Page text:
Edwards’ JBE 16-26 covers the way in which the state implements its Industrial Tax Exemption Program. This allows the state through its Board of Commerce and Industry, most of whose members the governor appoints and serve concurrently with him, to give out exemptions from, among things, local property taxes for five or ten years. Statute deliberately defines these breaks as needed because of the uncompetitive tax structure in Louisiana that means businesses pay most property taxes.
By the Constitution and regulation, a firm must certify it is wanting to enter but feels discouraged from doing so or is threatening to leave the state because of the uncompetitive tax structure, fill out paperwork justifying the exemption, and negotiate a contract with several state agencies that may have additional contractual conditions added such as for performance. After five years, it can petition to have another five years’ worth of exemption and to have certain kinds of expenditures included.
The order says Edwards unilaterally will not approve certain allowable expenditures and that all requests must have contracts in advance that specify certain performance goals. Further, local governments will provide input to the Board on the desirability of an exemption.
To date, the Board has operated as a largely non-political entity that decided whether a request for exemption seemed valid. Of course, the state more easily could have changed its tax structure not to make business pay most local property taxes and that inventory gets taxed at this level that then becomes subject to a rebate paid by state taxpayers to compensate. Spreading out the burden by making all homeowners pay would relieve somewhat that burden on business and not require all of these exceptions in the tax code.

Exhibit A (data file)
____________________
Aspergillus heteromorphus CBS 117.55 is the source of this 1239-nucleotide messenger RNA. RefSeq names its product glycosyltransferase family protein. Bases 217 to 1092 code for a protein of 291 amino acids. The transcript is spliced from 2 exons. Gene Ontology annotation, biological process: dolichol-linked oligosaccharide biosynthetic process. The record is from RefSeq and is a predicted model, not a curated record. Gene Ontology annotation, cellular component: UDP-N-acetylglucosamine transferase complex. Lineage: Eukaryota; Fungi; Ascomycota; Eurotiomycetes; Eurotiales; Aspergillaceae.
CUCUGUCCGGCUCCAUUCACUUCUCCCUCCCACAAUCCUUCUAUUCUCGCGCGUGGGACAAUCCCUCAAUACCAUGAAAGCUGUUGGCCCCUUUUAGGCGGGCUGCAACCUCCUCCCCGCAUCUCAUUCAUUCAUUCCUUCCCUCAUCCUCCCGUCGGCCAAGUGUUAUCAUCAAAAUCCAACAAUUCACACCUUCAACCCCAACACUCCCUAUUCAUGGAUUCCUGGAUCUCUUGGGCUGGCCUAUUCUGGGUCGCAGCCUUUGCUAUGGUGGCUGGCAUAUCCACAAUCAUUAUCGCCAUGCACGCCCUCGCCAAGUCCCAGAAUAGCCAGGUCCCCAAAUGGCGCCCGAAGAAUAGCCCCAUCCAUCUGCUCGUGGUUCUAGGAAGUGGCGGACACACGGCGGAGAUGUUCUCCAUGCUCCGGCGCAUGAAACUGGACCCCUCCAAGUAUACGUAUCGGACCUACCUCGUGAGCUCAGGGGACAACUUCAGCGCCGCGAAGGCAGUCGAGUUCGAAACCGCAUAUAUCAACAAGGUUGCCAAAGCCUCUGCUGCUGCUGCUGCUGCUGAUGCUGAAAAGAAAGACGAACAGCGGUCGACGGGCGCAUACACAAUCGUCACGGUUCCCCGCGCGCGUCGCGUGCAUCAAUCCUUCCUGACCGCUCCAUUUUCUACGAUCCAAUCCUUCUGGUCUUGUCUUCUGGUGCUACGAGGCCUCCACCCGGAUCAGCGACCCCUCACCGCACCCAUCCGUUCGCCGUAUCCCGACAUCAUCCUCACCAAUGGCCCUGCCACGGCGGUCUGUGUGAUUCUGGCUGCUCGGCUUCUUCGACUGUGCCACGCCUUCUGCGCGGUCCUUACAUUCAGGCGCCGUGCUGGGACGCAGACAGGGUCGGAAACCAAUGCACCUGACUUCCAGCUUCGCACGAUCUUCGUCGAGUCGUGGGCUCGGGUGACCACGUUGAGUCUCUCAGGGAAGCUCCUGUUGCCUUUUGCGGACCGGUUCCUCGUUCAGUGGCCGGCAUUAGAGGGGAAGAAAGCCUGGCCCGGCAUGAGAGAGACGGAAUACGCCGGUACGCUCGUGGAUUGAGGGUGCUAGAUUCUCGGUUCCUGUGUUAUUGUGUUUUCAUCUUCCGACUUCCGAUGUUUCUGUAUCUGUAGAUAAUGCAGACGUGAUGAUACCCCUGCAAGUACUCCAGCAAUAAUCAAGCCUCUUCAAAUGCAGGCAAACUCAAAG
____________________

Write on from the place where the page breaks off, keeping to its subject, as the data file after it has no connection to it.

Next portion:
But Edwards’ change now introduces significant politicization of the board. Controlled now by his cronies and allies, they can arrange to provide a veto power over handing out exemptions unless the firms in question cough up concessions to local governments and their special interest constituencies. These could come in the form of following economically inefficient political agendas, such as requirements for use of “disadvantaged” workforce members or suppliers that either will have a negative impact on economic development or put off the firms entirely from relocating to or staying in Louisiana. Worse, it allows local officials preferment opportunities, such as requiring that business to go to their political allies, and the making of unspoken bargains, such as employment or contracting of family members that ethics laws do not address.
Keep in mind this order does nothing to improve the fiscal picture of state government. It affects in no way the several billion dollars a year uncollected by the state through tax exceptions. Nor does it come with any effort to scale back state revenue sharing, now that presumably fewer exemptions given for smaller amounts will have more tax dollars flowing into local coffers.
Naturally, this order received cheers from Edwards Administration appointees and special interests that would benefit from the new politicization, alleging that it would induce more “accountability” into the process. But if proponents actually took accountability seriously, then measures to produce that would come by statutory changes and regulatory adjustments resulting from these consequent to a complete overhaul of Louisiana’s fiscal structure hopefully occurring next year. This would insure more objective evaluation of proposals and cut out the politics introduced by the procedures now stipulated by Edwards.
Make no mistake, the order does nothing to improve economic development in Louisiana. It only represents a throwback to politics of old, where policy-making in this area served government, particularly in its expansion, and its officials and their allies while leaving the state and its people as an afterthought.